However, it must be said that, if it is indeed that easy for such a particularly disgusting racial slur to get into an email, it surely demonstrates something about the depth of the anti-black attitudes to be found in some Americans (and please note here, magus, that I’m not narrowing my criticism to policemen or white protestants). Whoever they are, I don’t think we can just “put [those types of people] behind us”.

    • Michael LaBossiere said, on August 1, 2009 at 8:17 am

      I think it is easy for any sort of slur or insult to get into emails, blog comments and so on. While the comments here have been amazingly civil overall, I have seen all sorts of venomous comments full of hate. People throw out insults left and right, use obscene terms needlessly and so on. There are plenty of jerks out there and they seem to use whatever they feel (to say they think and reflect might be assuming to much) will cause the most annoyance.

      My point is that racism should be seen in the general context of hatred and churlishness. People hate for a variety of reasons, but hate is hate. While it does make sense to deal with specific types of hate, it is unjustified hatred that needs to be combated.

      • biomass2 said, on August 1, 2009 at 10:25 am

        “but hate is hate”

        But you agree that some types of hatred go deeper than others? Hatred of whites toward blacks, and likely the resulting hatred-mixed-with-fear of blacks toward whites, hatred of straights for gays, hatred of one religious sect for another?

        In the case of black-on-white racism ,the little “jerks” who seem pitiful and merely ‘annoying’ are, it seems to me, food for a much larger animal. Perhaps cutting off the food supply will weaken and eventually destroy the beast?

        • Michael LaBossiere said, on August 1, 2009 at 11:29 am

          Hatred, like lakes, comes in various depths. The depth of hate varies from person to person, but I suppose you could do a hate average to see which hates tend to have the most severity.

          I’d agree that big hates are fed by little hates. In some ways it is like litter. I’ve noticed on my various runs that it usually begins with small litter (paper, cans, bottles, etc.) and then this encourages big litter (up to and including fridges and cars).

          • biomass2 said, on August 1, 2009 at 1:16 pm

            Graffiti also lends an apt comparison:

            “The mere presence of graffiti doubles the number of people littering and stealing in a neighborhood, new research suggests.
            The results, which are detailed in the Nov. 21 [2008] issue of the journal Science, support and expand on the so-called broken windows theory, which forms the backbone of many crime prevention programs in major cities such as New York”

            The theory is that if you eliminate the graffiti and the broken windows and the litter and change the pervasive visual landscape of lawlessness and hopelessness, crime will become more manageable.

            Applied to racism:1/ Eliminate the racist slurs (verbal garbage)2/ Eliminate the broken windows (hopelessness represented by vacant tenements and storefronts that are easy targets for vandalism and signs of urban decay and economic failure)3/Eliminate the litter (both of the above and the racist himself) and maybe, just maybe, we’ll get a handle on racism.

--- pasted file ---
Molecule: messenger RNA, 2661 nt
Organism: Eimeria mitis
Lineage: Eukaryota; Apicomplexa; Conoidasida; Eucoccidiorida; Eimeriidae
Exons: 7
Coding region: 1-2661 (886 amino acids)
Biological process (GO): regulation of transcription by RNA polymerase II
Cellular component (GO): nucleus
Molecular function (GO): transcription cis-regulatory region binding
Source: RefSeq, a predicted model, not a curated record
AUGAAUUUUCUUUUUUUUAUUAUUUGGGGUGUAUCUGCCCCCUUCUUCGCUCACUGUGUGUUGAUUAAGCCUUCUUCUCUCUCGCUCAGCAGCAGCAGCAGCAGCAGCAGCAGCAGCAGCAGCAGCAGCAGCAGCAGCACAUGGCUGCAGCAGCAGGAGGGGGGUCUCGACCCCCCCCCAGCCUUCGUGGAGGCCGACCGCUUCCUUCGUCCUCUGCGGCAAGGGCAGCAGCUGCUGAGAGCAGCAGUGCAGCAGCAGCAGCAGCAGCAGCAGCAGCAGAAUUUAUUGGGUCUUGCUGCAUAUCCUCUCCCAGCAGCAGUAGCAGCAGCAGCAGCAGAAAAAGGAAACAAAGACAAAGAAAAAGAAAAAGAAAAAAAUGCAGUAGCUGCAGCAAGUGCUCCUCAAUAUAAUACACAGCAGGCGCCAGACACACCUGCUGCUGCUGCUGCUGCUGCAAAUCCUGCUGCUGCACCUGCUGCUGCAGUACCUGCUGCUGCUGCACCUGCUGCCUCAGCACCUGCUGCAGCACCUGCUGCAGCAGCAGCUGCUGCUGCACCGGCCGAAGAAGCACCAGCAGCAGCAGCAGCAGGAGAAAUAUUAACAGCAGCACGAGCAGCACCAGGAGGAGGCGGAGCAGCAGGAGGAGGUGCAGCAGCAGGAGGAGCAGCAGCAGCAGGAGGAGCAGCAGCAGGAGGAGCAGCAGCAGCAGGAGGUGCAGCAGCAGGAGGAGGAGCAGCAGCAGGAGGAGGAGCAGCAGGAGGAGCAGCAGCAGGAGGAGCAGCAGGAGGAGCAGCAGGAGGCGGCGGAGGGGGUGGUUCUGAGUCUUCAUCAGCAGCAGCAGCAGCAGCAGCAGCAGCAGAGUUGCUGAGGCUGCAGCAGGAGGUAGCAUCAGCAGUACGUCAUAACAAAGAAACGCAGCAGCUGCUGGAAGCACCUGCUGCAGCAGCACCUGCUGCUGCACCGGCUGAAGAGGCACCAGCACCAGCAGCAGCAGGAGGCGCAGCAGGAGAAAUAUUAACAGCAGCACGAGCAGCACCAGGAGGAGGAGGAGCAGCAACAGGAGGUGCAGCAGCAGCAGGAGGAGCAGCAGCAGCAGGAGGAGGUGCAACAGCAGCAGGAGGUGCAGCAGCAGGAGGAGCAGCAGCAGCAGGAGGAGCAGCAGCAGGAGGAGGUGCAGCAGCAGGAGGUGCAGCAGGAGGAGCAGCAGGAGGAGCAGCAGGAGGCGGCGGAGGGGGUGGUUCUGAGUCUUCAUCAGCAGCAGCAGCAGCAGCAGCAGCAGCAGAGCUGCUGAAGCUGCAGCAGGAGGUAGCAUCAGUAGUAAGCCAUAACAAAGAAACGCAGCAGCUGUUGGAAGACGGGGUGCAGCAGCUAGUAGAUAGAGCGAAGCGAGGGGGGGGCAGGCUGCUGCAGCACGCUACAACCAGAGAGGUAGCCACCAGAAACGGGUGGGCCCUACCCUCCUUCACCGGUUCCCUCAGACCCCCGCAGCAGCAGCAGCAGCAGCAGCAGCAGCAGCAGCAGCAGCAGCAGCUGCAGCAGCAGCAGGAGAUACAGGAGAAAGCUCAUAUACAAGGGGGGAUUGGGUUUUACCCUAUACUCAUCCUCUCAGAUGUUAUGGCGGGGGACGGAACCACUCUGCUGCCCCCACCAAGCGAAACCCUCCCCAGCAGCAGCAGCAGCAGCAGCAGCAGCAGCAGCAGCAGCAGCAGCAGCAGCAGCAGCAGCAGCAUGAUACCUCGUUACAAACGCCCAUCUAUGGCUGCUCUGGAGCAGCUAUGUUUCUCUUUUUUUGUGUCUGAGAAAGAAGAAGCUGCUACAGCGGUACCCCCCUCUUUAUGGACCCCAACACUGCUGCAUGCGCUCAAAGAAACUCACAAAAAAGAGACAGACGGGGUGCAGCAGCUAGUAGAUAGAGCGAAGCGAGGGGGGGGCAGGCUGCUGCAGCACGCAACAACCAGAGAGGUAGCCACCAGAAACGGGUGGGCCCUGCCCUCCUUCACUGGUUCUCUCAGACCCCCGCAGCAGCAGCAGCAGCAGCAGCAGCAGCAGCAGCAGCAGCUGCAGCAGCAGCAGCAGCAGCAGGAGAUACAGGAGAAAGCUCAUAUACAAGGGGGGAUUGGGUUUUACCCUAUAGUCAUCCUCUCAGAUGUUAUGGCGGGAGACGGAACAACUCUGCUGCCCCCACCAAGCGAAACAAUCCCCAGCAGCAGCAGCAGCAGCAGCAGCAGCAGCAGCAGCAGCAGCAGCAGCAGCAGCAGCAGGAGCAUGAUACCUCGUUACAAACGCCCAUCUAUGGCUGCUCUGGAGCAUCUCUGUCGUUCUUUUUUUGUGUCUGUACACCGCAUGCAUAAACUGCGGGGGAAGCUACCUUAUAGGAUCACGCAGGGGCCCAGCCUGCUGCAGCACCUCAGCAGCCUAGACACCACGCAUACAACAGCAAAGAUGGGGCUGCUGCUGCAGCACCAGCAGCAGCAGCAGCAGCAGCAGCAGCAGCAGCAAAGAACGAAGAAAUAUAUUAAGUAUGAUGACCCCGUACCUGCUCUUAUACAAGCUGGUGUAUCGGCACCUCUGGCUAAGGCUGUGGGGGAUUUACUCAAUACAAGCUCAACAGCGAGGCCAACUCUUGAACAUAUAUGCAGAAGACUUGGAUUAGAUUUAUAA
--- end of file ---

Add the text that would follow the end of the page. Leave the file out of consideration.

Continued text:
Here’s an interesting sidenote that seems to apply to recent articles here. Make of it what you will.

            http://krugman.blogs.nytimes.com/2009/08/01/more-birther-stuff/

            • magus71 said, on August 1, 2009 at 3:27 pm

              I agree with this study. Interestingly, I think that not only does language show what we are like on the inside, I think language can affect who we will become.

              Even though I do curse, I think I’m actually making myself a worse person by doing so. Of course I’m mature enough to be able to control it when needed, but I think we transform ourselves with our own words. Speak or certain races or people in hateful ways–even in jest–and we may bcome what we pretend to be–a hateful person.

            • biomass2 said, on August 1, 2009 at 5:29 pm

              “Speak or certain races or people in hateful ways–even in jest–and we may bcome what we pretend to be–a hateful person.”

              It’s possible a person is not “pretending” to be hateful even when speaking in jest. Because of the irrationality of bigotry he may have long ago stepped far over the line that separates the normal from the abnormal individual; sadly, the bigot may think *he’s* the normal one and the object of his hatred is outside the norm.

              We have one thing in common. I curse, too. Lots. But I believe that the basic pressures of life in our society (like keeping a job, avoiding immature and unnecessary conflicts, etc.) and our respect for those we love dearly teach us early on to keep our potty mouths under control.

            • kernunos said, on August 4, 2009 at 2:36 am

              Having small children around helps cure the cursing. I have never been a big curser. My wife on the other hand needs a bar of soap.

            • biomass2 said, on August 4, 2009 at 7:52 am

              I’m posting this reply here because on my machine there is no “reply” to click at your other post though, obviously there is one here. :(

              “I think it is just easy for people to grab hold of the easiest difference at hand when they sling their hate. My example would be Mel Gibson. The police said he was upset he got arrested when he got pulled over for DUI. Would he have gone on about anti Semitic racial slurs if the Jewish officer had an Irish last name?”

              It’s a bit different with the Gibson situation. First, Mel’s got some other problems. There are few people who don’t know the possible very deadly consequences of smoking and or drunk driving. Smokers choose to smoke and kill themselves. We know that they also kill others, and society has sensibly taken steps to prevent that subtle and malodorous form of mass murder. Mel chooses to drink and drive, . Mel’s other problem is that the Jewish policeman didn’t have an easily identified physical trait that may have thrown up a warning flag to stop “Mel the Besotted” from flapping his semi-numb lips.